Recent Acquisition in the Architecture Library’s Ryan Rare Book Room

by Viveca Pattison Robichaud, Special Collections Librarian, Architecture Library & Institute for Latino Studies

Falda's Nuovo Teatro delle Fabriche, et Edificii, in Prospettiva di Roma Moderna
Falda, Giovanni Battista, Giovanni Giacomo de Rossi, et al. Nuovo Teatro delle Fabriche, et Edificii, in Prospettiva di Roma Moderna, Rome (Date in Luce da Gio. Iacomo Rossi dale sue Stampe in Roma), 1665.

The Architecture Library, with the support of Italian Studies, Art, Art History & Design, and Humanities funding, is pleased to announce our newest addition to the collection, Giovanni Battista Falda’s Nuovo Teatro della Fabriche from 1665. This volume consists of the first three books in the series, bound together, which are a collection of engravings detailing the contemporary architecture of Rome. The volume, in its present form, is incredibly rare with only twelve copies housed in American collections.

The illustrations contained in the volume are of the Renaissance and Baroque architecture of Rome, and include general views, facades, interiors, and details of churches, monasteries, palazzi, public buildings, monuments, piazzas, as well as other sites of interest in the city. This volume, important in itself because of its study of Rome, also complements the current holdings of the Ryan Rare Book Room, which houses Falda’s Palazzi di Roma, a counterpart to Il Nuovo Teatro delle Fabriche, and together these books present a more complete picture of Renaissance and Baroque Rome.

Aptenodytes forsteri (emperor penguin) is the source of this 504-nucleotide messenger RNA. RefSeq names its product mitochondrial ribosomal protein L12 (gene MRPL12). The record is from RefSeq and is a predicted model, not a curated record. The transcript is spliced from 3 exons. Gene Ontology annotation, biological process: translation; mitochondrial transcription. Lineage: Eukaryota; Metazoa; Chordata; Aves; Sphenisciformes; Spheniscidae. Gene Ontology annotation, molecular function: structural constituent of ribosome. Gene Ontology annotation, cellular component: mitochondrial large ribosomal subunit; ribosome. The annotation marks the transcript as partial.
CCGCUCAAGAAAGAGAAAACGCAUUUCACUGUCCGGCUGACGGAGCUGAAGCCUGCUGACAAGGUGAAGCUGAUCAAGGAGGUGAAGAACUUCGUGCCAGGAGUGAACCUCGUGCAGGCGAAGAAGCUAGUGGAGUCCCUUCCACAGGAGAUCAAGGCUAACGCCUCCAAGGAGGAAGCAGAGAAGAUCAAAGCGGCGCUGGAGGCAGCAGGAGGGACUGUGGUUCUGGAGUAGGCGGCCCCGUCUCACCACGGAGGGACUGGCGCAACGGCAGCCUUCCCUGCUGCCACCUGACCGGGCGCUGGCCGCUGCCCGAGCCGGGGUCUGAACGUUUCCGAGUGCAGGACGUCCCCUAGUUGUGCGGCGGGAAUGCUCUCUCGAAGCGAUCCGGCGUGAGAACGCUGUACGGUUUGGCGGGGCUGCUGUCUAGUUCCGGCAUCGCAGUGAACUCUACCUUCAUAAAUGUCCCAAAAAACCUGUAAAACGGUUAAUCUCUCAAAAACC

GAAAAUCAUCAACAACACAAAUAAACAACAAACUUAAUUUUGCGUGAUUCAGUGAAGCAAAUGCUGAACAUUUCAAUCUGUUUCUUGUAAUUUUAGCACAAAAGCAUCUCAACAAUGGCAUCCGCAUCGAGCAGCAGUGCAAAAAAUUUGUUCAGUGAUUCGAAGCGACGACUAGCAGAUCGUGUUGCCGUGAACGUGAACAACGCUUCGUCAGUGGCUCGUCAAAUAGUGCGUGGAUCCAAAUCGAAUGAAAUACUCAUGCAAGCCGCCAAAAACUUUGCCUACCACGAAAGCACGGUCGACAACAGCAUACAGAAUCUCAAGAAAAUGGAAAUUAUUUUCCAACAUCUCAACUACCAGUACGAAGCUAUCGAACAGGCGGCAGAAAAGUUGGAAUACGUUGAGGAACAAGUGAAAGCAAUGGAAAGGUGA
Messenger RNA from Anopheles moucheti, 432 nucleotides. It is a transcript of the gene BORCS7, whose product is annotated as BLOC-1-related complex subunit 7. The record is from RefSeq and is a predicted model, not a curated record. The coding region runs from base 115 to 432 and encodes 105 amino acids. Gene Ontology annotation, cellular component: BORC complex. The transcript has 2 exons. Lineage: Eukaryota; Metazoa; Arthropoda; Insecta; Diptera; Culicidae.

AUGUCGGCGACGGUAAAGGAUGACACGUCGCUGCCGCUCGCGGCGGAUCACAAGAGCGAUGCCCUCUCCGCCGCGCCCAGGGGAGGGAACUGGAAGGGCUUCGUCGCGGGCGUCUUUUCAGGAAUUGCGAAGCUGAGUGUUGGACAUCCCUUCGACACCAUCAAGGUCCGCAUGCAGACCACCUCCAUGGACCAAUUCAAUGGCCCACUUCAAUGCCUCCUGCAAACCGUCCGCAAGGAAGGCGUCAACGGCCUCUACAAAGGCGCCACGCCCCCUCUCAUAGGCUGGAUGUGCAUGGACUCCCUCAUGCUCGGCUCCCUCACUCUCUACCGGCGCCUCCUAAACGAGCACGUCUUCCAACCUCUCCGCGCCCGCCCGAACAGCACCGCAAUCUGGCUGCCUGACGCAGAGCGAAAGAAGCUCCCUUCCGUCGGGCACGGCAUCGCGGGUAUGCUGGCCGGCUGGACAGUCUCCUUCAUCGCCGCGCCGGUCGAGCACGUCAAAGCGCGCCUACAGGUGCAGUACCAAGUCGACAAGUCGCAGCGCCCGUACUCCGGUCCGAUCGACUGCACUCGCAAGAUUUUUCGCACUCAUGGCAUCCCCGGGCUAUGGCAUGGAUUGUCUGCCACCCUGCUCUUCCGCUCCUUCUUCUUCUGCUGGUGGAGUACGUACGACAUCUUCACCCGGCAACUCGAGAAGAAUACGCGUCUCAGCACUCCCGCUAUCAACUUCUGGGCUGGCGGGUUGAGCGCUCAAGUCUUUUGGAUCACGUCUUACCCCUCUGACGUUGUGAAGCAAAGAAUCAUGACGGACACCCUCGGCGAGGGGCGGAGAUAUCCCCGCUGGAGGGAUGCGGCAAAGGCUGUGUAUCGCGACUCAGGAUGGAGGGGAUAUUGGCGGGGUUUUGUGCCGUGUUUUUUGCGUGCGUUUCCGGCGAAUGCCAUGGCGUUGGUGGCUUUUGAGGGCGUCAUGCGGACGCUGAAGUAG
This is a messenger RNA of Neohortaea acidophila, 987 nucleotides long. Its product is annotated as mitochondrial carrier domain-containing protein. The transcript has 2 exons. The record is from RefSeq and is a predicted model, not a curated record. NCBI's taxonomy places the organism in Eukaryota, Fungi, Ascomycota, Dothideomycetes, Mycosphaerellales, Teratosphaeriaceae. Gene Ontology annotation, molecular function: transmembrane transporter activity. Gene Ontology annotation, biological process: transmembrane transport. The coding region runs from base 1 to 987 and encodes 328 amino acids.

This volume is also an important acquisition for the expansion of our SPQR-ND mobile application (available for iPad and iPhone) and other digitization projects we have underway in the Architecture Library. This work provides the reader with a snapshot of Rome in the seventeenth century and, in the words of Professor Carroll William Westfall, this book “sharpens one’s understanding of Rome as a place where change is constant and each era has important things to teach.” Cities are not static places and each new project leaves its mark. This work documents Rome in one of its most noteworthy periods.


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Rare Books and Special Collections is located on the main floor of the Hesburgh Library at the University of Notre Dame in northern Indiana, and is open to students, faculty, visiting researchers, and members of the community Monday through Friday from 9am-5pm (closed weekends and major holidays).